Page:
Maybe that’s what she also learned to do: being herself. She learned how to be a good lawyer and how to be a seductive woman. Her latest achievement is as a writer. Covid-19 took away the life she painfully built: friends, lunches, walkings, spiritual meetings and men. She fell into a deep loneliness that pushed her to reflect and write. She started on Facebook. She did it a bit for fun, a bit to get rid of the demons inside her mind. All the posts she wrote became a book “Diario di una zitella in quarantena”, or “The Diary of a Spinster in Quarantine” . She is literally naked in those pages, she tells about herself, her deep intimacy.

I ask her why, what’s the reason in showing so much of yourself. “Every word I used is just a point of a line, an infinite walking that some pages could never reveal” she explained to me. Her research is continuous. It started long before the diary and won’t step with it. The Diary represents just an exchange with other human beings through a dialogue she makes with herself. It’s a collection of dynamic texts that can make you laugh or cry. It depends on you. Annalisa reads and rereads them and every time discovers something new about herself. Her hope is that the diary will go far, maybe to someone that needs it. She strongly believes that what matters in life are meetings and synergies and that books can save your life and your loneliness. She has been feeling alone for a long time, living with the constant fear of being isolated, ghettoized. The pandemic transported her to an upside-down world, where everybody is fragile and in exile, with the constant fear of getting sick. Maybe if we try to remember that we are all potentially sick, barriers will be down and we all will look more similar to each other. She describes it properly in the book and she tells me: “sooner or later, we will all piss under”. Over the years she understood that disability is just a condition, not an irreversible condemnation. It gives you the opportunity to ask yourself “Who are you? Your “wrong” body?”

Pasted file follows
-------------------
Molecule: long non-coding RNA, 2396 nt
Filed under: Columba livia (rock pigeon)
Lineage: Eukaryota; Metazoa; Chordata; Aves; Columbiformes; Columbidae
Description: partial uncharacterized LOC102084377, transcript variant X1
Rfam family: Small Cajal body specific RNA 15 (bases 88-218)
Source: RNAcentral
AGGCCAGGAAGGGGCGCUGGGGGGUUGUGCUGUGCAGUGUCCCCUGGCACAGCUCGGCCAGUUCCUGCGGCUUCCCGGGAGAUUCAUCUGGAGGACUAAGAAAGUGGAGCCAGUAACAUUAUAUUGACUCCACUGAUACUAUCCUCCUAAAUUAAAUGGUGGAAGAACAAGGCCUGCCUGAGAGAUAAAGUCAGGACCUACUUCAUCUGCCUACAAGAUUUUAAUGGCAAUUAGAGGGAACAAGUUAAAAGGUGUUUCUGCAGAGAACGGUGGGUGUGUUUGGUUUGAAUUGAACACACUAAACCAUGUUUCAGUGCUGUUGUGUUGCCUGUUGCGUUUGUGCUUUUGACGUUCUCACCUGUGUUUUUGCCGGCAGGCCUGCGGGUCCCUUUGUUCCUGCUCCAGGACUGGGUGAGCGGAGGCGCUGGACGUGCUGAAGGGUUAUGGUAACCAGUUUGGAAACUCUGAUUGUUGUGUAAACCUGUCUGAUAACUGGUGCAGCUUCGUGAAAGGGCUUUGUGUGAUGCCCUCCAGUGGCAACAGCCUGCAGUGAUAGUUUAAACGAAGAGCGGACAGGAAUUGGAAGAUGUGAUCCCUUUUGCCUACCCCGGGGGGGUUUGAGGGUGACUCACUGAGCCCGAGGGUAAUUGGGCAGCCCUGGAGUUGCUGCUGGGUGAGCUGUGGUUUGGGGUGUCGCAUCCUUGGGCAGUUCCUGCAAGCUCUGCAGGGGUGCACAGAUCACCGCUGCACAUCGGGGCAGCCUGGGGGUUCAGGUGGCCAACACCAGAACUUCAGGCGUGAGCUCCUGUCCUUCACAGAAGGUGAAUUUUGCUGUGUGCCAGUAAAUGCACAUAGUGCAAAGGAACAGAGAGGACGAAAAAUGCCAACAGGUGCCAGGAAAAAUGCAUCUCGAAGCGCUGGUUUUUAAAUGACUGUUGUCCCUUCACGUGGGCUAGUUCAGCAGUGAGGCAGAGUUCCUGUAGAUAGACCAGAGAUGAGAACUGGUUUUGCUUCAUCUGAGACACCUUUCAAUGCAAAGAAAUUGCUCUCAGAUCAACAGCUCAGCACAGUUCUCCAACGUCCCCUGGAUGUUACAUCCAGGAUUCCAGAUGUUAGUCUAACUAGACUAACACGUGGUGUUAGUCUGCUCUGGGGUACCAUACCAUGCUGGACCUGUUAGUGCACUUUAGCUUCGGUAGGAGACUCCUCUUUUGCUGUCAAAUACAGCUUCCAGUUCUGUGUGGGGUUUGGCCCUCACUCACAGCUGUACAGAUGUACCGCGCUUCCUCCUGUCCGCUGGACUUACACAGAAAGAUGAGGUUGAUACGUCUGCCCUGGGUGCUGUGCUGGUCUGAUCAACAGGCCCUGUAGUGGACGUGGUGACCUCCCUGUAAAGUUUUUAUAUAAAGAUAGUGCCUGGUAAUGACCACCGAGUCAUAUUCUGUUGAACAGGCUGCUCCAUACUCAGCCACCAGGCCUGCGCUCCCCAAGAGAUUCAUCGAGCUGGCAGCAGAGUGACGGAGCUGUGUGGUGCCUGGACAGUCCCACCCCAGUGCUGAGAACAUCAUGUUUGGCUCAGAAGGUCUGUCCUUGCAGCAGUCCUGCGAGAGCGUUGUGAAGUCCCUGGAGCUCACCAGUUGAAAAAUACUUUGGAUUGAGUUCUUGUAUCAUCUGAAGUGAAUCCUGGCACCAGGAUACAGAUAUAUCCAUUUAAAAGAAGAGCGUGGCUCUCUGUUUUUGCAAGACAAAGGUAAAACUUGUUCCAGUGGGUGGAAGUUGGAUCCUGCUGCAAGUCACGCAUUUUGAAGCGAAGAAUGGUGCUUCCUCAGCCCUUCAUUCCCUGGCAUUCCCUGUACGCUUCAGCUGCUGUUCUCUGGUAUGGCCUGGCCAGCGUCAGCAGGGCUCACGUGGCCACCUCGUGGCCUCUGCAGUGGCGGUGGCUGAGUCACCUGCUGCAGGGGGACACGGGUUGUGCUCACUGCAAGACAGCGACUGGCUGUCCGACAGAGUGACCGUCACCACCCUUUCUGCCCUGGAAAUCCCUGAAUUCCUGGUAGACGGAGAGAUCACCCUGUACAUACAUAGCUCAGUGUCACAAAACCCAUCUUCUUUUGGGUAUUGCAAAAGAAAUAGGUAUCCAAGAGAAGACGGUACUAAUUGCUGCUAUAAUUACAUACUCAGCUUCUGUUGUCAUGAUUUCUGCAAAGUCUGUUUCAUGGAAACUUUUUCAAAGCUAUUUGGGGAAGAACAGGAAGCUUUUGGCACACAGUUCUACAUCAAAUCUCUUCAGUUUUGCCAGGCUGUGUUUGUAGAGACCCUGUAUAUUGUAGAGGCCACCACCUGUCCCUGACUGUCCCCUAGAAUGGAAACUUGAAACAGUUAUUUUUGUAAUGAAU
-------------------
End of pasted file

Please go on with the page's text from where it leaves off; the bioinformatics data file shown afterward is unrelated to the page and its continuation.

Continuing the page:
The answers she found had a price, measured in terms of tears and pain, until she finally got free and reborn. She started living a life that looks more like the world she has inside. While we chat, I still keep on looking at her with admiration. She realizes it. As I said, she is a headstrong, stubborn woman. She wants to take this idea out of my mind.

“Lea, my fight is still on, my meannesses do not disappear. Disability remains horrible. No one wants to be disable, maybe the only chance is the way we decide to deal with it. It can generate beauty and fruitfulness in the world”

“Annalisa, don’t you think that this is related to everyone? Healthy, sick, disable people. We always have a choice. Don’t you think that is the choice that we made in the most difficult conditions that determine who we are?